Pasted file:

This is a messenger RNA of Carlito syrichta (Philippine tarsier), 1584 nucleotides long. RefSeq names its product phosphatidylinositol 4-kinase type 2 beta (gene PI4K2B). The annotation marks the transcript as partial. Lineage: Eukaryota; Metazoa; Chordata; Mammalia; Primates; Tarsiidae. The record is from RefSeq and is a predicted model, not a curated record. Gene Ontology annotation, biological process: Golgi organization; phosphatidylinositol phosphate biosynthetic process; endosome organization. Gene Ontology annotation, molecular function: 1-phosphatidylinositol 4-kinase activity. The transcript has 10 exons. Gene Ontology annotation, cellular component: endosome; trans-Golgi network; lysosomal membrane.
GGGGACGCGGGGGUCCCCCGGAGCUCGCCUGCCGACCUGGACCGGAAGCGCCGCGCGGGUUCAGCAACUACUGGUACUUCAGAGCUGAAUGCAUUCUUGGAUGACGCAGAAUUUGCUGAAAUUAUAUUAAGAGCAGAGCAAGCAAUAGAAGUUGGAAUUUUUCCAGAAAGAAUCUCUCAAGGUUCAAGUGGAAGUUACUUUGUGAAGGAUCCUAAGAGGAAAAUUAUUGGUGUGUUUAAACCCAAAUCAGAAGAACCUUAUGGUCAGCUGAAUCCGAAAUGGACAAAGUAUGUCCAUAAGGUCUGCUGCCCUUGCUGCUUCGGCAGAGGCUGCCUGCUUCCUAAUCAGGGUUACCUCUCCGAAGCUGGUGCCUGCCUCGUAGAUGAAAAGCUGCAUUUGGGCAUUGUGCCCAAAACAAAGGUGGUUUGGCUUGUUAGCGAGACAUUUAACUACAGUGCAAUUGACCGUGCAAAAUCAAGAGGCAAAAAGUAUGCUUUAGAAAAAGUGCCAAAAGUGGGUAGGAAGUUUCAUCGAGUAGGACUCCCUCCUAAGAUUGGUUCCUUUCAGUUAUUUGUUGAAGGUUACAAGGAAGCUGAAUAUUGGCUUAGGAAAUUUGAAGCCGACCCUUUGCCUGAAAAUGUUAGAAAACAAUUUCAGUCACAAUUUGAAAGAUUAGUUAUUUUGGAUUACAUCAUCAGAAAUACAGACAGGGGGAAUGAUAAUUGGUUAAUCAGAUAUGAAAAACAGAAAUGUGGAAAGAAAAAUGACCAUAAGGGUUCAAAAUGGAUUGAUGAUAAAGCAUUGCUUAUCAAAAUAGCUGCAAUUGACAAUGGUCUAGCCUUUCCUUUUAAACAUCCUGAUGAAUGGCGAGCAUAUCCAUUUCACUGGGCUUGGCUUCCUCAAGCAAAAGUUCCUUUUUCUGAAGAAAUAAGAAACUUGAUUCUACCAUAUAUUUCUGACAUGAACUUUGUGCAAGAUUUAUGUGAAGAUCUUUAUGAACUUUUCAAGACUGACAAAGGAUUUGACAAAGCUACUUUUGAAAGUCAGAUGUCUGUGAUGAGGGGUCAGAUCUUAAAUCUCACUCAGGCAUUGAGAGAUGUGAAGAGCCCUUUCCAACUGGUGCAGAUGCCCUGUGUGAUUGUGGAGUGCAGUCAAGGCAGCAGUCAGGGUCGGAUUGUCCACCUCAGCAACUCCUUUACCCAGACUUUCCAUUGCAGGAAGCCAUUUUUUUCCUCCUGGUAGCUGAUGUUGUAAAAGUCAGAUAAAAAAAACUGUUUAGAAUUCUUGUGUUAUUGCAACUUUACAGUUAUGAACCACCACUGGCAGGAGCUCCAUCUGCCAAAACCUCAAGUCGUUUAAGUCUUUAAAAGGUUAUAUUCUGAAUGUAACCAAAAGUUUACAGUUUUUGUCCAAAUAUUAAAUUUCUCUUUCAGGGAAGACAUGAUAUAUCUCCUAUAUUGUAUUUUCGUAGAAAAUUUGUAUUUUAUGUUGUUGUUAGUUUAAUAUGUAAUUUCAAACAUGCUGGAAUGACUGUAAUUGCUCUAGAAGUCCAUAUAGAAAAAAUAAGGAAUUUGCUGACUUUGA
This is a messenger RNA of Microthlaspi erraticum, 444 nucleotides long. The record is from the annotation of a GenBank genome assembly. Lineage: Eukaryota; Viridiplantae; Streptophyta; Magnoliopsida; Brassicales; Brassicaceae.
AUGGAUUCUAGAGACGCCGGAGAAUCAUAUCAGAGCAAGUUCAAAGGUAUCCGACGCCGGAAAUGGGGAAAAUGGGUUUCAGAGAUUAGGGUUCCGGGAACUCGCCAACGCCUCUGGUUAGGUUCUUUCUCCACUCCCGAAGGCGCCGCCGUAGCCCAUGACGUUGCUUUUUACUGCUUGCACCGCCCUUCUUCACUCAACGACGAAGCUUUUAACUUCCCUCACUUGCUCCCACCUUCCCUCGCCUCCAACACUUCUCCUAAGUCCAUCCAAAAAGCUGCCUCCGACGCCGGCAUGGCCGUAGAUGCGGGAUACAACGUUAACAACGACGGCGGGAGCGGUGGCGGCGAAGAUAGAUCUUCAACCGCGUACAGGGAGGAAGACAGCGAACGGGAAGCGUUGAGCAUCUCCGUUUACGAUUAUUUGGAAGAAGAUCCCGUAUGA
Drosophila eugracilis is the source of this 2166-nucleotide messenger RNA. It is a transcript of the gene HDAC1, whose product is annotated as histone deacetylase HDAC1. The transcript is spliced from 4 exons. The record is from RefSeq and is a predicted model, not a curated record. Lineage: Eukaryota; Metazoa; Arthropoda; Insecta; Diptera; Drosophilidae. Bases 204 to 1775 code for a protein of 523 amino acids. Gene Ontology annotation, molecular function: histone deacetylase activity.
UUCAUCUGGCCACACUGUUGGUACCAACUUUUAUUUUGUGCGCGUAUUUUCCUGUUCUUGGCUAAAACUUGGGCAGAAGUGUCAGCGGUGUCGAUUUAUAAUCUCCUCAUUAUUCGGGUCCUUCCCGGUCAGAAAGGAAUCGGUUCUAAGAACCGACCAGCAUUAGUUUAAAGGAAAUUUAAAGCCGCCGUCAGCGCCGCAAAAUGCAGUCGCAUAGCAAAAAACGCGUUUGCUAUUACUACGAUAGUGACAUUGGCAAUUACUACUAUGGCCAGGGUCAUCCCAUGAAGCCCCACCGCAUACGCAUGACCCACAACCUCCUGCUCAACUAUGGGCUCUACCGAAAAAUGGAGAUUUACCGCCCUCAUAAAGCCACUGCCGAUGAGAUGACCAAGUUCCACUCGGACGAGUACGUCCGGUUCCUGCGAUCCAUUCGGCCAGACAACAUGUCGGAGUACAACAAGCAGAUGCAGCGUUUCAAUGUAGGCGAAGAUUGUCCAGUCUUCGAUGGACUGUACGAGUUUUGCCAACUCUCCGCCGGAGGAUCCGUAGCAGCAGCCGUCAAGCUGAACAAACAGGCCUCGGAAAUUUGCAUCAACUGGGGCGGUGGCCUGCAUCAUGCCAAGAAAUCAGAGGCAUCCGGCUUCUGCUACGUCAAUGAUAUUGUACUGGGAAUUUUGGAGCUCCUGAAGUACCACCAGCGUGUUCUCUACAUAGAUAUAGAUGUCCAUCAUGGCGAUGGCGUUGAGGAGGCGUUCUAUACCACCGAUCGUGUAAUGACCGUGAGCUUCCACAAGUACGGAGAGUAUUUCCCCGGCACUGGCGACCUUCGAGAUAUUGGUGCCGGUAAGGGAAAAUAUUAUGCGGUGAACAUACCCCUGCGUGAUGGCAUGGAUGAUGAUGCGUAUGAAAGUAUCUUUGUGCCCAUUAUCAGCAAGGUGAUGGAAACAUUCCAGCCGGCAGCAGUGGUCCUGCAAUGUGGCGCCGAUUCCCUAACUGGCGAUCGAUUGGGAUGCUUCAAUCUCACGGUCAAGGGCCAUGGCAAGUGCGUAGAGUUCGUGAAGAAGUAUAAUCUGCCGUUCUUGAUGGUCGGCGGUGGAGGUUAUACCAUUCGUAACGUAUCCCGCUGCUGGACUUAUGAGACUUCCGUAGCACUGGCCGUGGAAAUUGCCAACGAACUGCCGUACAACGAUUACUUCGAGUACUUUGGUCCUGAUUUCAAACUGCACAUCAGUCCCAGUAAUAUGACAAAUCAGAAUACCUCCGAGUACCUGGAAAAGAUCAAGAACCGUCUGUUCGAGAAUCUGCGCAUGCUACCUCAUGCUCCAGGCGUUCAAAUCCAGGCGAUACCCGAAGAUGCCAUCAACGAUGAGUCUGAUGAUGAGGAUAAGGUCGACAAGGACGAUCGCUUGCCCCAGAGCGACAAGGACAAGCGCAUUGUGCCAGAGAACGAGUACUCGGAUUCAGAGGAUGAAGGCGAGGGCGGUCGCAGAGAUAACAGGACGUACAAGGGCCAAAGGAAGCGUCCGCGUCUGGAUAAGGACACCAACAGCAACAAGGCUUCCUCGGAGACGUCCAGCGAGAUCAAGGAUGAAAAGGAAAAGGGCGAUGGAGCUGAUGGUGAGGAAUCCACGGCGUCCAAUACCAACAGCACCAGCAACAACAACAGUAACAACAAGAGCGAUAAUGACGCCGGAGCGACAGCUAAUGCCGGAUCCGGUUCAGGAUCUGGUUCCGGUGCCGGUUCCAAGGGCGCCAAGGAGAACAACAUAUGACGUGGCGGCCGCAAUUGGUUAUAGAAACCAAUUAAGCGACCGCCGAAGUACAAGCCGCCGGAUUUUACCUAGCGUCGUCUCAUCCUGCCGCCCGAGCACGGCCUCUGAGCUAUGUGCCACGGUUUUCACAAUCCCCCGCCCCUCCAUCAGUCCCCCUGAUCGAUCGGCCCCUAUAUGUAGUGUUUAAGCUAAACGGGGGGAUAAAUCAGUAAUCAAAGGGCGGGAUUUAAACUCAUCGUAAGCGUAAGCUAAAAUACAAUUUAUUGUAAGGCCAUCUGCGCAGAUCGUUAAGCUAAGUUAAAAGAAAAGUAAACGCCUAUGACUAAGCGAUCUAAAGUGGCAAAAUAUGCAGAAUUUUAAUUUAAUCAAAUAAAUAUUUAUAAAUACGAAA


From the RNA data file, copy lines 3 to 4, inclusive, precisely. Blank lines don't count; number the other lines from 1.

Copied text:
This is a messenger RNA of Microthlaspi erraticum, 444 nucleotides long. The record is from the annotation of a GenBank genome assembly. Lineage: Eukaryota; Viridiplantae; Streptophyta; Magnoliopsida; Brassicales; Brassicaceae.
AUGGAUUCUAGAGACGCCGGAGAAUCAUAUCAGAGCAAGUUCAAAGGUAUCCGACGCCGGAAAUGGGGAAAAUGGGUUUCAGAGAUUAGGGUUCCGGGAACUCGCCAACGCCUCUGGUUAGGUUCUUUCUCCACUCCCGAAGGCGCCGCCGUAGCCCAUGACGUUGCUUUUUACUGCUUGCACCGCCCUUCUUCACUCAACGACGAAGCUUUUAACUUCCCUCACUUGCUCCCACCUUCCCUCGCCUCCAACACUUCUCCUAAGUCCAUCCAAAAAGCUGCCUCCGACGCCGGCAUGGCCGUAGAUGCGGGAUACAACGUUAACAACGACGGCGGGAGCGGUGGCGGCGAAGAUAGAUCUUCAACCGCGUACAGGGAGGAAGACAGCGAACGGGAAGCGUUGAGCAUCUCCGUUUACGAUUAUUUGGAAGAAGAUCCCGUAUGA